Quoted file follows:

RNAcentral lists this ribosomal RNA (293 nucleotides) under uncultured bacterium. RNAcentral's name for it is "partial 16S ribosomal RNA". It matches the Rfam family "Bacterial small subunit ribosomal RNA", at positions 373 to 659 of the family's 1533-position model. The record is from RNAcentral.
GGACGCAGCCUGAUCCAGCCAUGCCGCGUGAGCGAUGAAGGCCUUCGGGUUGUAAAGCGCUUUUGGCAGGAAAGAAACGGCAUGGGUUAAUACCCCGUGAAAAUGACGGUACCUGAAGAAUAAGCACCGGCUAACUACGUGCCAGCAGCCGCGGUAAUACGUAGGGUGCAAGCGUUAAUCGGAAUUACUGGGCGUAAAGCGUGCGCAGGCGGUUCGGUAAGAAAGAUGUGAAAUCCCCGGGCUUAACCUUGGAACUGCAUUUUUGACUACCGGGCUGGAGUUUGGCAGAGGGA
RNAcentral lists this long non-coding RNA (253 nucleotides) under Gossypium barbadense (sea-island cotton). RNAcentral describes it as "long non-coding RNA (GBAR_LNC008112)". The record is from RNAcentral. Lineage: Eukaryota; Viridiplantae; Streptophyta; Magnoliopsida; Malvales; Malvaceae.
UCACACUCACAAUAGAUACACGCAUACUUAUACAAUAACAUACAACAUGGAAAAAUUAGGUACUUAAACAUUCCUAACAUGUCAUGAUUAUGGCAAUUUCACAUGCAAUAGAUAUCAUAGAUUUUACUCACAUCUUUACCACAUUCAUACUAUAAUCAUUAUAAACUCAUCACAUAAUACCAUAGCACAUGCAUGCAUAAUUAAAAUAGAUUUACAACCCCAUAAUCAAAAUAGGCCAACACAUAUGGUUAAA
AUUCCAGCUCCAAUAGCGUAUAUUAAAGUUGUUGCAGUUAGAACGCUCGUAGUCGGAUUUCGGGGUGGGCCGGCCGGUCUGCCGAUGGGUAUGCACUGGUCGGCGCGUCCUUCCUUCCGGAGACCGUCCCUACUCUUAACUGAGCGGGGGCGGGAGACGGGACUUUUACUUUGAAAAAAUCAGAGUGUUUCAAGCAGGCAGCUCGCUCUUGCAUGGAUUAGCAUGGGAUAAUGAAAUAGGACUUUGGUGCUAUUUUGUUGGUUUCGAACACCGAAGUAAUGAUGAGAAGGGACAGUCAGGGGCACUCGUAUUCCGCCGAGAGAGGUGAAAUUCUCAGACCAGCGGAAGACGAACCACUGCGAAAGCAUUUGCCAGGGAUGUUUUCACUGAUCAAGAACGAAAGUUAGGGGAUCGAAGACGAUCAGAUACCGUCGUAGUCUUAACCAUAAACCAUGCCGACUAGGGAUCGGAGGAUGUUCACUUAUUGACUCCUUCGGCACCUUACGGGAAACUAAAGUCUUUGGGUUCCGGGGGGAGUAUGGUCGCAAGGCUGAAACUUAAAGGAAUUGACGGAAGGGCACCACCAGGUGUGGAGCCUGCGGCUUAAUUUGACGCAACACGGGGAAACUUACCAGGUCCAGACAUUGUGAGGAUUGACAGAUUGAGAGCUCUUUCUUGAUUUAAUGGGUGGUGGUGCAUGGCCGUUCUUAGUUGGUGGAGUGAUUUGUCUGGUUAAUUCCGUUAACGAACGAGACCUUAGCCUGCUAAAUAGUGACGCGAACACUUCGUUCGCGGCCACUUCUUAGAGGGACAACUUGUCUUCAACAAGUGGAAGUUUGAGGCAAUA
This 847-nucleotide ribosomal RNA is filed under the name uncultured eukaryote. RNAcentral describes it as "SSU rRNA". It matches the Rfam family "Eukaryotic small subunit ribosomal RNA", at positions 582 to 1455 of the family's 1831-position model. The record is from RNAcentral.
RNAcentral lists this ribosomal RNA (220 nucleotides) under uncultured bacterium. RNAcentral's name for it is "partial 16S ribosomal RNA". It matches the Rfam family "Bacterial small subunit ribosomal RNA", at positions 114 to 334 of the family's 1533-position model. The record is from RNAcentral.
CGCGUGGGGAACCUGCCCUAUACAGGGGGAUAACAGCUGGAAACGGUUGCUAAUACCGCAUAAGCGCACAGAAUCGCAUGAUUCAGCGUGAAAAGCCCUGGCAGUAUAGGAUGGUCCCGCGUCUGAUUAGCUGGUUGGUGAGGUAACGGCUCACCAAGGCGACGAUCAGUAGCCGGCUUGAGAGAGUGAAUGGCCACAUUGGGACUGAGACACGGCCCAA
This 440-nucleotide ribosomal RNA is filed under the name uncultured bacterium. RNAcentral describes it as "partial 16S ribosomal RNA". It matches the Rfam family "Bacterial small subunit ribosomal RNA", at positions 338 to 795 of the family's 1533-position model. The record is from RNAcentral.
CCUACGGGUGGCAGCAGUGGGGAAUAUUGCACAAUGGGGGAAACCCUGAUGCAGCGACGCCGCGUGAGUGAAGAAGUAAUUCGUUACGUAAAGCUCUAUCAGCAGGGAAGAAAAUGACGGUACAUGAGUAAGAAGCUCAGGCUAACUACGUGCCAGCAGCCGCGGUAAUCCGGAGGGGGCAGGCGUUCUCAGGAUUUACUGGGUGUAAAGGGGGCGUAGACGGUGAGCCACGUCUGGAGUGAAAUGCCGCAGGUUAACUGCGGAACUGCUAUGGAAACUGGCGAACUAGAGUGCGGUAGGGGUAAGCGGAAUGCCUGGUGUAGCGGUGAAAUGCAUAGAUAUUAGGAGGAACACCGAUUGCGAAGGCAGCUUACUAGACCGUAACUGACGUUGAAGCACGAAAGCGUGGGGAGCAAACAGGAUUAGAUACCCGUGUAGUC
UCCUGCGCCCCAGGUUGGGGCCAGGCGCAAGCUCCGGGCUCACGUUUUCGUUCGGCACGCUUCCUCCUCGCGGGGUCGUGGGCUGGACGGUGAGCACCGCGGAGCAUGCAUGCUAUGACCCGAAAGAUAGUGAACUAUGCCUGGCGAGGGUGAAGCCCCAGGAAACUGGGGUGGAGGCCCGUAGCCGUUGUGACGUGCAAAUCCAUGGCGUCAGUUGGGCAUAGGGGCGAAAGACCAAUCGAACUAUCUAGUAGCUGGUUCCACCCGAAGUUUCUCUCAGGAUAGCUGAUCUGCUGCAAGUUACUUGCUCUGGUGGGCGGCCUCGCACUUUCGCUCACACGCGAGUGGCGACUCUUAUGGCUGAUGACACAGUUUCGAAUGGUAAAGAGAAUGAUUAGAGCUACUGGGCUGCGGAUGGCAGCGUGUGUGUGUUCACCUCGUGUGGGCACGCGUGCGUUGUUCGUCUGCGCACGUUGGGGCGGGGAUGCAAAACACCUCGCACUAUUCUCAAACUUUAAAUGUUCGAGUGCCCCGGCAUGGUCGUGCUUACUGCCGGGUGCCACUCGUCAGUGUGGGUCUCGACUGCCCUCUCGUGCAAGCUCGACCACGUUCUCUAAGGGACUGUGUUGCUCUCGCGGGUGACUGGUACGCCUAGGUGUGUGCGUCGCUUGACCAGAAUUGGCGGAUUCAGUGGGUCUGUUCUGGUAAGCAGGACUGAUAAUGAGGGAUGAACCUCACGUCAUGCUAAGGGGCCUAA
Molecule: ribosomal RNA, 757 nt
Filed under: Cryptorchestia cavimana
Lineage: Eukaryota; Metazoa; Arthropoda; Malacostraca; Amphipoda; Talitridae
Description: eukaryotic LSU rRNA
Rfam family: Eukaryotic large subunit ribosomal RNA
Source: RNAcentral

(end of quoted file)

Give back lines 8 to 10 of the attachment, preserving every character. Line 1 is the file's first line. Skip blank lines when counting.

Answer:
CGCGUGGGGAACCUGCCCUAUACAGGGGGAUAACAGCUGGAAACGGUUGCUAAUACCGCAUAAGCGCACAGAAUCGCAUGAUUCAGCGUGAAAAGCCCUGGCAGUAUAGGAUGGUCCCGCGUCUGAUUAGCUGGUUGGUGAGGUAACGGCUCACCAAGGCGACGAUCAGUAGCCGGCUUGAGAGAGUGAAUGGCCACAUUGGGACUGAGACACGGCCCAA
This 440-nucleotide ribosomal RNA is filed under the name uncultured bacterium. RNAcentral describes it as "partial 16S ribosomal RNA". It matches the Rfam family "Bacterial small subunit ribosomal RNA", at positions 338 to 795 of the family's 1533-position model. The record is from RNAcentral.
CCUACGGGUGGCAGCAGUGGGGAAUAUUGCACAAUGGGGGAAACCCUGAUGCAGCGACGCCGCGUGAGUGAAGAAGUAAUUCGUUACGUAAAGCUCUAUCAGCAGGGAAGAAAAUGACGGUACAUGAGUAAGAAGCUCAGGCUAACUACGUGCCAGCAGCCGCGGUAAUCCGGAGGGGGCAGGCGUUCUCAGGAUUUACUGGGUGUAAAGGGGGCGUAGACGGUGAGCCACGUCUGGAGUGAAAUGCCGCAGGUUAACUGCGGAACUGCUAUGGAAACUGGCGAACUAGAGUGCGGUAGGGGUAAGCGGAAUGCCUGGUGUAGCGGUGAAAUGCAUAGAUAUUAGGAGGAACACCGAUUGCGAAGGCAGCUUACUAGACCGUAACUGACGUUGAAGCACGAAAGCGUGGGGAGCAAACAGGAUUAGAUACCCGUGUAGUC